Like everybody else I was surprised at the acquittal. I assumed he would get manslaughter and because Florida law mandates 25 to life in any gun homicide, he would go away for a long time and the black/progressive mob would be satisfied, more or less, with less outrage to common law than a murder verdict.
I think that is what the judge wanted, and managed the trial for, but the system is to some extent restrained by its own rules. Its rules mandate very pro-defendant jury instructions- which is of great help to the typical yardbird defendant- but unfortunately helps people they want to convict as well. Surprising verdicts can, I think, usually be chalked up to jury instructions. I heard that in the Robert Blake case, a juror said they were sure he was involved in killing his wife, but they weren’t sure if he did it himself or hired somebody so they felt they had to find him not guilty. I think something similar happened with Casey Anthony- they weren’t sure exactly what happened, so they felt they had to go with not guilty.
I think the main issue for the jurors here was could they justify a manslaughter verdict to themselves. I think they felt some pressure to but couldn’t. Does the verdict reflect negro fatigue? I think to some extent it does, but I’m reluctant to say how much. I think it was clear to them that Martin was a bad kid who liked trouble, and they had no sympathy for him. But I suspect it’s more that the kind of people who get chosen for jury service tend to be very earnest good citizens who take the idea of reasonable doubt very seriously.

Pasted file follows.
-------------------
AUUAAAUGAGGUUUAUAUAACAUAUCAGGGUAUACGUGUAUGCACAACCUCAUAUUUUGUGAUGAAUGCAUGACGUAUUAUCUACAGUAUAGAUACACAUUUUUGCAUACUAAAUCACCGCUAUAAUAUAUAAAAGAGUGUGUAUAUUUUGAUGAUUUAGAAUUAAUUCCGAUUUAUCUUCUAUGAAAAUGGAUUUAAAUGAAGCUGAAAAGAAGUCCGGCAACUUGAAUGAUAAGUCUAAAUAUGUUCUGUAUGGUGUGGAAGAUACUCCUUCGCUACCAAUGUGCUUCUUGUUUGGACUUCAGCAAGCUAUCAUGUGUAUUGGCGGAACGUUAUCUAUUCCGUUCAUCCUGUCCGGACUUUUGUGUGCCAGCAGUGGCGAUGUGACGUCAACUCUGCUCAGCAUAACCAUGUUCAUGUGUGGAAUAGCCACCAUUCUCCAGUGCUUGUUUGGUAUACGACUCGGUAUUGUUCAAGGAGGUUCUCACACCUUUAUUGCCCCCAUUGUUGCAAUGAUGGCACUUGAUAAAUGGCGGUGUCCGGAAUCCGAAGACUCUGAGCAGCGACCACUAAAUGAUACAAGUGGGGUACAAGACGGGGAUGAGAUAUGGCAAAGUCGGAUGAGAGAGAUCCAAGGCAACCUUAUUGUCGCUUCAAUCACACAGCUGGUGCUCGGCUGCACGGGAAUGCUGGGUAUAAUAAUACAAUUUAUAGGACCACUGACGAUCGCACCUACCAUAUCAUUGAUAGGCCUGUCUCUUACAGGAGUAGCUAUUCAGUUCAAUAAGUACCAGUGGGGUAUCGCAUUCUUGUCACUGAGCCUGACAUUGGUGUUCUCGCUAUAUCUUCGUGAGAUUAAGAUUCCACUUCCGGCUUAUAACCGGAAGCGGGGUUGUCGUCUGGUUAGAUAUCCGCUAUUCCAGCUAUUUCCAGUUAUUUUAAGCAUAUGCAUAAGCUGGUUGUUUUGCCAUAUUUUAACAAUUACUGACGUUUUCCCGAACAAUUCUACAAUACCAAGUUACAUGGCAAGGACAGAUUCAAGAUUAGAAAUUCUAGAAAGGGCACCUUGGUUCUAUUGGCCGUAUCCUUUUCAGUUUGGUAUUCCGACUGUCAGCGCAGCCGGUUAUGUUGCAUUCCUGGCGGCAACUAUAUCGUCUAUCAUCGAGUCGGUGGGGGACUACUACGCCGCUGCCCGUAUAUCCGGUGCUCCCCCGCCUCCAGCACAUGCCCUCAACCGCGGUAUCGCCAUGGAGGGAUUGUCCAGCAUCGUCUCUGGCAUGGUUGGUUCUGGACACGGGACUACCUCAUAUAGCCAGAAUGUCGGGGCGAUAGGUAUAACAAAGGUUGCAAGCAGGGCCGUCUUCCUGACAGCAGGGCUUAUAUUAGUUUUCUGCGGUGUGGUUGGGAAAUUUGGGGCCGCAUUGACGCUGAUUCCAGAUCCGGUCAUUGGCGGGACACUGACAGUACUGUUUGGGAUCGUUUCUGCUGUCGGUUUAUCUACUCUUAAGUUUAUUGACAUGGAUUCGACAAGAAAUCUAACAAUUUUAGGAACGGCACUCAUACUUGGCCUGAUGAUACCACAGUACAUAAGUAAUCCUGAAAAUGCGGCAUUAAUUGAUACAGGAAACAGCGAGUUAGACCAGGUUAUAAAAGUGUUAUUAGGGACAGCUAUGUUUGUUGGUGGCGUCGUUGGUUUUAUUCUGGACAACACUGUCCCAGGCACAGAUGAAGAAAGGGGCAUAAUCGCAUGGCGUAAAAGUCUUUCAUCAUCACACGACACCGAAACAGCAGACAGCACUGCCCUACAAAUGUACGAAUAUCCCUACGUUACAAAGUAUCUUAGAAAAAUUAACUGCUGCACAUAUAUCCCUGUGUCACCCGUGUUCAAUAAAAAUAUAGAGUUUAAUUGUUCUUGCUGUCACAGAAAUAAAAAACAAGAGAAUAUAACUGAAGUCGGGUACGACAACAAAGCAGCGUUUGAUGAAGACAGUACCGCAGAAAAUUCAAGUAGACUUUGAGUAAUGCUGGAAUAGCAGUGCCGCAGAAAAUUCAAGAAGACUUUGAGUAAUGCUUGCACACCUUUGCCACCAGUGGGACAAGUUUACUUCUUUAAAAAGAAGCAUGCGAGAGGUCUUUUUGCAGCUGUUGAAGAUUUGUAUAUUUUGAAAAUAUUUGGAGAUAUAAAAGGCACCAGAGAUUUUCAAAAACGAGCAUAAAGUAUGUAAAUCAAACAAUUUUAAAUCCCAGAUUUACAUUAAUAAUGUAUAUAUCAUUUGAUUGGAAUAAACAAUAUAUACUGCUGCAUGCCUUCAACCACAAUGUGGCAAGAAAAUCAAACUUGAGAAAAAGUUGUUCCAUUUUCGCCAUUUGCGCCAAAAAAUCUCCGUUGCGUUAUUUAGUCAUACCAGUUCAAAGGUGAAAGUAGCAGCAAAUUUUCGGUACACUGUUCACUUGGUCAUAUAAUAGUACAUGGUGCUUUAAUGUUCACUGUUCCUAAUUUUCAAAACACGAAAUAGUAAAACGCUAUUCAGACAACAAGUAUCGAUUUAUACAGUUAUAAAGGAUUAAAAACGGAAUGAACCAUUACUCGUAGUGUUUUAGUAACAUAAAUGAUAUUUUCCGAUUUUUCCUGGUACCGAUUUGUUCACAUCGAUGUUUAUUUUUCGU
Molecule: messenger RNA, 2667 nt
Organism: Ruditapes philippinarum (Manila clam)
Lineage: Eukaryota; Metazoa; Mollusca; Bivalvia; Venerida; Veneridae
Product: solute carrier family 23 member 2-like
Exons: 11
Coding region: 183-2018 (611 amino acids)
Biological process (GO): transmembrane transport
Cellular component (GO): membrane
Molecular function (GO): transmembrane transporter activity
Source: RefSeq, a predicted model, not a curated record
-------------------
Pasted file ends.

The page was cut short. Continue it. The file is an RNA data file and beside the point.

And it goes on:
Steve Sailer said blacks picked a bad case to throw themselves behind. I think that’s a misunderstanding of how blacks operate. The rule for blacks is they stick together, period. To blacks there are no bad blacks- none- not deserving of community support. Sometimes even total solidarity and aggressive political manipulation don’t help them, but usually it works.
Martin in the end was a victim of bad parenting. He was doing a lot of bad stuff, and his parents should have come down on him like a ton of bricks. He was on the fast track to a bad ending, either as the victim of another black criminal or committing a serious crime. I suspect victimization was a more likely outcome, as Martin came from a sort of middle-class to lower middle-class black background, as was more a wannabe than a real gangster. He would have run into somebody from a real ghetto- Miami Lakes is a fairly nice suburb- and found he did have limits.
But blacks don’t seem to have the same concept of parenting, particularly fatherhood, that other races have. In Africa and elsewhere, child socialization seems to be largely a community thing. The mother exerts some influence, but the community the most, fathers little to none.
The greater point of the trial was to have a chilling effect on armed self-defense. It will accomplish that. That blacks didn’t win an outrageous prosecution doesn’t mean their power is diminished, but it may mean it has peaked.